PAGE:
Veteran calypsonian The Mighty Tiger (Ashton Moore) is the founder and president of the Association of British Calypsonians, and was a Carnival organisation board member 10 CARNIVAL GROOVES

for 17 years. He also served for five years on the board of the Carnival Village Trust. The Mighty Tiger candidly states that he doesn’t believe Notting Hill Carnival is in a healthy state culturally, as a lack of funding continues to retard progress. His view on the greatest progress - if any - made by NHC was unequivocal: “No progress, just a big struggle.” And as to whether the arena with which he’s associated receives the adequate appreciation/recognition it deserves, the ABC’s President said emphatically, “A big no! Just imagine that no radio or television stations cover the London Calypso Tent or the work of other arenas in any real depth. Look at the respect given to the various carnival art forms in Brasil and in Trinidad and Tobago...”

De Admiral CALYPSONIAN

The calypsonian De Admiral (Jeffrey Hinds) is one of the original founding members of the Association of British Calypsonians (ABC), and the person responsible for Reading’s AJ’s Calypso Tent. He is highly regarded as a serious exponent

of the art form of calypso, and his experience of Notting Hill Carnival stretches back to his boyhood when he first went to the carnival in 1976. De Admiral believes that the greatest progress that Notting Hill Carnival has made was when it became known as the ‘Greatest Street Festival in Europe’, but said, “This is so poorly reported that the spirit of Carnival: Caribbean style then suffers.” But the true story of the carnival may be lost, he says, “Because a lot of the history has not been documented and in many cases has gone to the grave with contributors. However, with the right research, a good synopsis of the origins, developments, progress, woes, politics, history and general artistry can be accumulated.” But he’s most concerned, of course, about his arena of calypso, saying, “It must begin with the calypsonians who are true to the art form...There are very few of us left who will go the extra yard knowing efforts are for the movement and not for an individual ego trip.”

FOR MORE VISIT SOCANEWS.COM


CARNIVAL GROOVES 11


FEATURE Notting Hill Carnival in print WORDS. STEPHEN SPARK & NICOLE-RACHELLE MOORE

For all those keen to learn more about London’s carnival, below are listed a selection of books, academic studies and reports. As many are out of date and hard to find, there is a real need for new works on Notting Hill Carnival. Don’t forget that Soca News always wants to hear from new writers about Caribbean carnival, music and culture!

‘50 Years of Carnival 1959 2009’. by Tom Vague. Vague no 54, Kensington & Chelsea Community History Group, 2009 (available from Housmans)

Midnight Robbers: the artists of Notting Hill Carnival by Lesley Ferris & Adela Ruth Tompsett. Carnival Exhibition Group, 2007, ISBN 978 0 9797682 0 0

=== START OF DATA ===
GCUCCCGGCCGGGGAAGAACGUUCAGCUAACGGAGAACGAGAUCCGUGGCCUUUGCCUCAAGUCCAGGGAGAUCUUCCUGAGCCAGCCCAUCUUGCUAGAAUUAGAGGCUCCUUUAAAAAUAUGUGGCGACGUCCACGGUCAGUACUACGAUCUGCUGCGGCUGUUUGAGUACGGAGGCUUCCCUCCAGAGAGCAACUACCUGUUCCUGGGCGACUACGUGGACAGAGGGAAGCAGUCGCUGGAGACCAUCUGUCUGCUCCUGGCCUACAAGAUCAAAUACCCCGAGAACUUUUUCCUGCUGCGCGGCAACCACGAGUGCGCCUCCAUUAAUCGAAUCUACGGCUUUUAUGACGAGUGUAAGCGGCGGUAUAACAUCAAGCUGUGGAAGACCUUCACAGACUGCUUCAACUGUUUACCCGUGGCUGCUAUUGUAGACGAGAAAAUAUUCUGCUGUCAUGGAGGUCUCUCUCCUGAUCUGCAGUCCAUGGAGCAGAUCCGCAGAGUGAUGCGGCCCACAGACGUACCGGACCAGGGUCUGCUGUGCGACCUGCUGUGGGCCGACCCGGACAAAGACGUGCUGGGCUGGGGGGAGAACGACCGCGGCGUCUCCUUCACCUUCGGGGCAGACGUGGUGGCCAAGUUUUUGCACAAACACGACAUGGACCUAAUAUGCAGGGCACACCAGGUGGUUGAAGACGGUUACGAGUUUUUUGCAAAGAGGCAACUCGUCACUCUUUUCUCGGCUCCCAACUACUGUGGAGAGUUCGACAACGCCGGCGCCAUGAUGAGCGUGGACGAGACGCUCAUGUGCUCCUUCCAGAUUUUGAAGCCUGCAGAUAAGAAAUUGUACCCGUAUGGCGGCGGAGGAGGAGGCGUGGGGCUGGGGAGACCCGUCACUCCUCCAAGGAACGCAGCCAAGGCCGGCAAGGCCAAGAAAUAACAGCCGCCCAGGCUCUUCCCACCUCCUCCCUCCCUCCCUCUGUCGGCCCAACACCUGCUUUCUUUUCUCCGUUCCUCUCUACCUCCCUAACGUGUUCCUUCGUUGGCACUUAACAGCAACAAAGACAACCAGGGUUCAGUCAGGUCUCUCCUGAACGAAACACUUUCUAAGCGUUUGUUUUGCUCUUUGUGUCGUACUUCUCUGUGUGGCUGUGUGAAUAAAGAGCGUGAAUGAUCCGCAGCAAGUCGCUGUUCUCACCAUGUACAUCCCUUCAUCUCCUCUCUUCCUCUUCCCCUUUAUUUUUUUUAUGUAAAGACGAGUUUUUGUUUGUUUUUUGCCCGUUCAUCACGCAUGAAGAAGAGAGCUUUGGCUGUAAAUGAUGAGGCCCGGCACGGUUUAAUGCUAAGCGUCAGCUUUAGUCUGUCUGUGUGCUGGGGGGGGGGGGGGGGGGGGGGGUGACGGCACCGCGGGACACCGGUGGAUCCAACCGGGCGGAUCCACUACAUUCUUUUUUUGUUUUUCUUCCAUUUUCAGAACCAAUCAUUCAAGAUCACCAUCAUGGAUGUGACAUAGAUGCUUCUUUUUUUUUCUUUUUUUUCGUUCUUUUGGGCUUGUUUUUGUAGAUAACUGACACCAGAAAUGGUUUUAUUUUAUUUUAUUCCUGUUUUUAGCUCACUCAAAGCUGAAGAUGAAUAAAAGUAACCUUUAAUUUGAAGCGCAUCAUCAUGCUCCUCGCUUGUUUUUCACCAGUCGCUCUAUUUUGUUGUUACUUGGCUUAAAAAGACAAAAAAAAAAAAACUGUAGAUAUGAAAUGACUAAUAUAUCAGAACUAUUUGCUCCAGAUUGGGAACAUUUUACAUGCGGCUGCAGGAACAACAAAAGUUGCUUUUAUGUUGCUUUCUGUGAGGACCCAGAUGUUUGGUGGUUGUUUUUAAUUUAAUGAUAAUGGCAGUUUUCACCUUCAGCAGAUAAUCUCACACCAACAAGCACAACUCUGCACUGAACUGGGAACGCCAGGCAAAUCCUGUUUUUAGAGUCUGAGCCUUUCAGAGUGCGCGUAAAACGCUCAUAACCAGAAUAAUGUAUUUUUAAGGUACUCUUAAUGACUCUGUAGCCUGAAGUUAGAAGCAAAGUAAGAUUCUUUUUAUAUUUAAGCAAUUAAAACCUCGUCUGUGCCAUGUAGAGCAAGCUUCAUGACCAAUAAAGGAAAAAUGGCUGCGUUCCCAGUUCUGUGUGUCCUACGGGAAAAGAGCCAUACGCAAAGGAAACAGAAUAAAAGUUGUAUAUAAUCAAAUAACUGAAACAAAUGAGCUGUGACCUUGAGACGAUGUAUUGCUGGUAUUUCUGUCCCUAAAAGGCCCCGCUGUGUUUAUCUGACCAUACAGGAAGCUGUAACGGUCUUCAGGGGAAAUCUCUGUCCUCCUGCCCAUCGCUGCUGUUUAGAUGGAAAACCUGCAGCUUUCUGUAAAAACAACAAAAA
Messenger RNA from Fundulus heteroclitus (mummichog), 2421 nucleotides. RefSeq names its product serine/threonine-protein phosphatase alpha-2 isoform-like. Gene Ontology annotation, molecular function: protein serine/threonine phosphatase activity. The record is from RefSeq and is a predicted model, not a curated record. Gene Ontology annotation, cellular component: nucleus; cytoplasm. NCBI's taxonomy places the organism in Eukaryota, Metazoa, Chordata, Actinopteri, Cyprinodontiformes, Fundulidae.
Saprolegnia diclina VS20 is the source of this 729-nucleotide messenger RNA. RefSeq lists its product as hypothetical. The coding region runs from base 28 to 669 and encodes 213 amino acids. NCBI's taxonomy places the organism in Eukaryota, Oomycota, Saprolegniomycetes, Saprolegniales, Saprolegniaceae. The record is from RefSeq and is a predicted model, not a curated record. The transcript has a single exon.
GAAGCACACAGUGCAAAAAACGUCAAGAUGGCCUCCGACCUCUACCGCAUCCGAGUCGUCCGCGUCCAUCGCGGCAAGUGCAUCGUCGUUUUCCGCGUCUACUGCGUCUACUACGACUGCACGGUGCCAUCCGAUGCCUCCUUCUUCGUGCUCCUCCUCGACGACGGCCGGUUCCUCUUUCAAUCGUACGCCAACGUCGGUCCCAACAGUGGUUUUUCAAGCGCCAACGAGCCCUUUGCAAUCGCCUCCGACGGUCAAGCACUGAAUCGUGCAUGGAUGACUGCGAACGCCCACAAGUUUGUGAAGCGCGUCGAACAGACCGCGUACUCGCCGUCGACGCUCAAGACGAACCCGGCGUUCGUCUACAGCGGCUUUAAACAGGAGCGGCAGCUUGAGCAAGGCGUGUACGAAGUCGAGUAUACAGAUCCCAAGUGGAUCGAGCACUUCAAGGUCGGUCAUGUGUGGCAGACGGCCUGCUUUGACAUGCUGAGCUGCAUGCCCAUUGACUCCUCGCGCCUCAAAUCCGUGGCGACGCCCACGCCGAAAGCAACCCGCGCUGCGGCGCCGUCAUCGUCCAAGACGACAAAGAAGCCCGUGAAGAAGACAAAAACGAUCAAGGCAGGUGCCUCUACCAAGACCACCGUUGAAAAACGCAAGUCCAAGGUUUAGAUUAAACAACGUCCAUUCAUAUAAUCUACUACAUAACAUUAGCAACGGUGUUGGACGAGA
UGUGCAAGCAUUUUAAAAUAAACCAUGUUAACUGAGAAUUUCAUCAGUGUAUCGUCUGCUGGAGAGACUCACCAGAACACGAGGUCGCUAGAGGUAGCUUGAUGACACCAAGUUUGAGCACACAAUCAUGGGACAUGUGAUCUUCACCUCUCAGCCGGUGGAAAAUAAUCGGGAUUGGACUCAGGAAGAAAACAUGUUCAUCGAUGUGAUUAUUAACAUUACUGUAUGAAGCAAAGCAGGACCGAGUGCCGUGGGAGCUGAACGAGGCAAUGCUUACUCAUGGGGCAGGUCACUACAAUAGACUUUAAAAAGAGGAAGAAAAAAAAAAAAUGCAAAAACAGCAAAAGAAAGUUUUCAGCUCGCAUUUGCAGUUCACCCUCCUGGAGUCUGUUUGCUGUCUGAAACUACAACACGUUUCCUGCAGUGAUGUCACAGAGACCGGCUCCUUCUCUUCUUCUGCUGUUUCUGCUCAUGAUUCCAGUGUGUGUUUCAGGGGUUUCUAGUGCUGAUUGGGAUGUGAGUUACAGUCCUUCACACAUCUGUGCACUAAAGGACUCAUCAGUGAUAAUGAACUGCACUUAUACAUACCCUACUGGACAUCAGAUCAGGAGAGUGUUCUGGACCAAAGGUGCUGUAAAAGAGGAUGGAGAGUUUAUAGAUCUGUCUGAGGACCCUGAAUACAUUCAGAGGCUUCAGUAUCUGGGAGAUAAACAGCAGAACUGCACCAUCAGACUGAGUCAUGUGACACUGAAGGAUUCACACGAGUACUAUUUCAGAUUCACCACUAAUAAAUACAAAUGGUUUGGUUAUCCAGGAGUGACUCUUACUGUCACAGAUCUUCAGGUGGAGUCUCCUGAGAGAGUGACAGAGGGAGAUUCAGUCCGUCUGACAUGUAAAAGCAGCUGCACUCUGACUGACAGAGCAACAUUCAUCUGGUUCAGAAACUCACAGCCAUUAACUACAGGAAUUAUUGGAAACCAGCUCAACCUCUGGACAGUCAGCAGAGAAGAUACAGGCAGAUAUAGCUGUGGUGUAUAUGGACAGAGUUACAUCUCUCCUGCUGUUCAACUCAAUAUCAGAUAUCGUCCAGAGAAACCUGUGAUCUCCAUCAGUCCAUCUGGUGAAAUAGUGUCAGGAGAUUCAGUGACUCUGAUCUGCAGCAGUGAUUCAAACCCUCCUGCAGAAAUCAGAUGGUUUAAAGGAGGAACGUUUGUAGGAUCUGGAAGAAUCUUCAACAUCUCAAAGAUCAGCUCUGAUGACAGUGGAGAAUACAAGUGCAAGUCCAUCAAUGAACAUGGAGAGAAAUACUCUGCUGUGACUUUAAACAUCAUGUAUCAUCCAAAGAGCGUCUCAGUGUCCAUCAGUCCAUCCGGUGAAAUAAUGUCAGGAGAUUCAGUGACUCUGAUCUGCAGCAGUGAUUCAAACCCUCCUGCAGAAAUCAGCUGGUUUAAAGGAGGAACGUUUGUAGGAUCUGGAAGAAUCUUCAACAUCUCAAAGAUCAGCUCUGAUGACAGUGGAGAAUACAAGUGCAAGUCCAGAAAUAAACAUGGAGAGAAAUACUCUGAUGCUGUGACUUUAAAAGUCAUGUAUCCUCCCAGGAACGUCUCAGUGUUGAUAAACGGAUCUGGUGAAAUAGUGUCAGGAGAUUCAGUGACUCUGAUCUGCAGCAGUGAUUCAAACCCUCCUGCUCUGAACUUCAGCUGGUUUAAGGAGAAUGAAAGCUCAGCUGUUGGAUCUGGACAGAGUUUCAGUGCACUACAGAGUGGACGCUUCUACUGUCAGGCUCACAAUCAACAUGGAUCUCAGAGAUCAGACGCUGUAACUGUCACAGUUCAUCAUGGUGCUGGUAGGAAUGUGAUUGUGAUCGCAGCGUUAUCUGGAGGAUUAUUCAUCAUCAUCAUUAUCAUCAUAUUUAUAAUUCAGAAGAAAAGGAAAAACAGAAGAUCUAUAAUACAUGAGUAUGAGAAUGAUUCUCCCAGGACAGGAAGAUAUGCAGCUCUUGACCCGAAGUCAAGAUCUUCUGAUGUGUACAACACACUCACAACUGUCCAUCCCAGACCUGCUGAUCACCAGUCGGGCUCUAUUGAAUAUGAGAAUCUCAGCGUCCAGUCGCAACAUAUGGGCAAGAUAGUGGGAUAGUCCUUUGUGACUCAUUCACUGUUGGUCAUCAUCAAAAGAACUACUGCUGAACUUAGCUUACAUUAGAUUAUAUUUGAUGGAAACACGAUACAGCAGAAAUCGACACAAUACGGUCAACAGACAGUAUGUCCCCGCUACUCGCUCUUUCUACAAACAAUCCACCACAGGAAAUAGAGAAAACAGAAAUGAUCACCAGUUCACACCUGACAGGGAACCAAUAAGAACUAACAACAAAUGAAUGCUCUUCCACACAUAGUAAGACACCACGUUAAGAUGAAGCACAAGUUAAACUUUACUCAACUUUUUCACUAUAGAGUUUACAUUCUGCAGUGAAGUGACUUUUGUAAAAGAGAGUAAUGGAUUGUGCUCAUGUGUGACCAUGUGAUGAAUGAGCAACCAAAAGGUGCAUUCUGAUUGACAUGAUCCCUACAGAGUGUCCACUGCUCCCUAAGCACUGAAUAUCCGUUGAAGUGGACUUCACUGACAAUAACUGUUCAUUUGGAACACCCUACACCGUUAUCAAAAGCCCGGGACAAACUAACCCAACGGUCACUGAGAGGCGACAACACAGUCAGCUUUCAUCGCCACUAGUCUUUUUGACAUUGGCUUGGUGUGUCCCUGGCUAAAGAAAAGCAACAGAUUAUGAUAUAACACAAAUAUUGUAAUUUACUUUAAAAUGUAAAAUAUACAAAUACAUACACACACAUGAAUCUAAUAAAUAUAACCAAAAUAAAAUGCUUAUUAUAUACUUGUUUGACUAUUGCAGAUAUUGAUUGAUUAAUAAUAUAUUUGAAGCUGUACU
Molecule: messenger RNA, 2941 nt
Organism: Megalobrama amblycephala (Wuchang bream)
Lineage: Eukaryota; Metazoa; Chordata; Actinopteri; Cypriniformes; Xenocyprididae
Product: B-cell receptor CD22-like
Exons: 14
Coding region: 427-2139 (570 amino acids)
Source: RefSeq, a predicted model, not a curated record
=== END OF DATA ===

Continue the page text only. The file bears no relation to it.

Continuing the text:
Behind the masquerade: story of Notting Hill Carnival by Kwesi Owusu & Jacob Ross. Arts Media Group, 1988, ISBN 978 0 95127700 3

Notting Hill Carnival: a strategic review by Rosemary Emodi & Colin Prescod (eds). Greater London Authority, 2004, ISBN 1 85261 633 4

Carnival: a photographic and testimonial history of the Notting Hill Carnival by Ishmahil Blagrove (ed) & Margaret Busby. Rice n Peas, 2014, ISBN 978 0 9545293 2 1

On route: the art of carnival by Pax Nindi (ed). X Press and Arts Council of England, 2003, ISBN 1 874509 82 4

Claudia Jones: a life in exile by Marika Sherwood. Lawrence & Wishart, 2000, ISBN 978 0 85315882 0 ‘Culture, identity and the music of Notting Hill Carnival’ by Geraldine Connor. MMus (Master of Music) thesis in Ethnomusicology, University of London School of Oriental and African Studies, 1995 Images of the Carnival by Marcel Knobil & Leslée Wills. Creative & Commercial Communications, 1996, 0 9528153 0 3

FOR THE FULL STORY ON NOTTING HILL CARNIVAL IN PRINT VISIT SOCANEWS.COM

Mas in Notting Hill: documents in the struggle for a representative and a democratic carnival 1989/90 by Michael La Rose (comp). New Beacon Books, 1989, ISBN 0 90124199 7 Masquerade politics. Explorations in the structure of urban cultural movements by Abner Cohen. Berg, 1993, ISBN 0 85496 798 2 Masquerading: the art of the Notting Hill Carnival by Arts Council of England. Arts Council of England, 1986, ISBN 0 7287 0514 1

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Policing Notting Hill: fifty years of turbulence by Tony Moore. Waterside Press, 2013, ISBN 978 1 90816242 7 The economic impact of the Notting Hill Carnival by London Development Agency. London Development Agency, 2003 ‘The press reporting of Notting Hill Carnival’ by Stephen Spark. MA Journalism Studies thesis, University of Westminster, 2000. Available at Kensington Central Library The Road Make to Walk on Carnival Day by Darcus Howe. Race Today Publications, 1977 ‘“We Ting” in the UK: Notting Hill’s Calypso Tent and its Role in the Representation of Black Experience in Britain’ by Magda Konopka. 2010, www.interdisciplinary.net/wp-content/uploads/2010/06/konopkapaper.pdf “We Ting”. Notting Hill Carnival: a poetic narrative by Alex Pascall. Good Vibes Records & Music, 1991, ISBN 978 0 95170361 8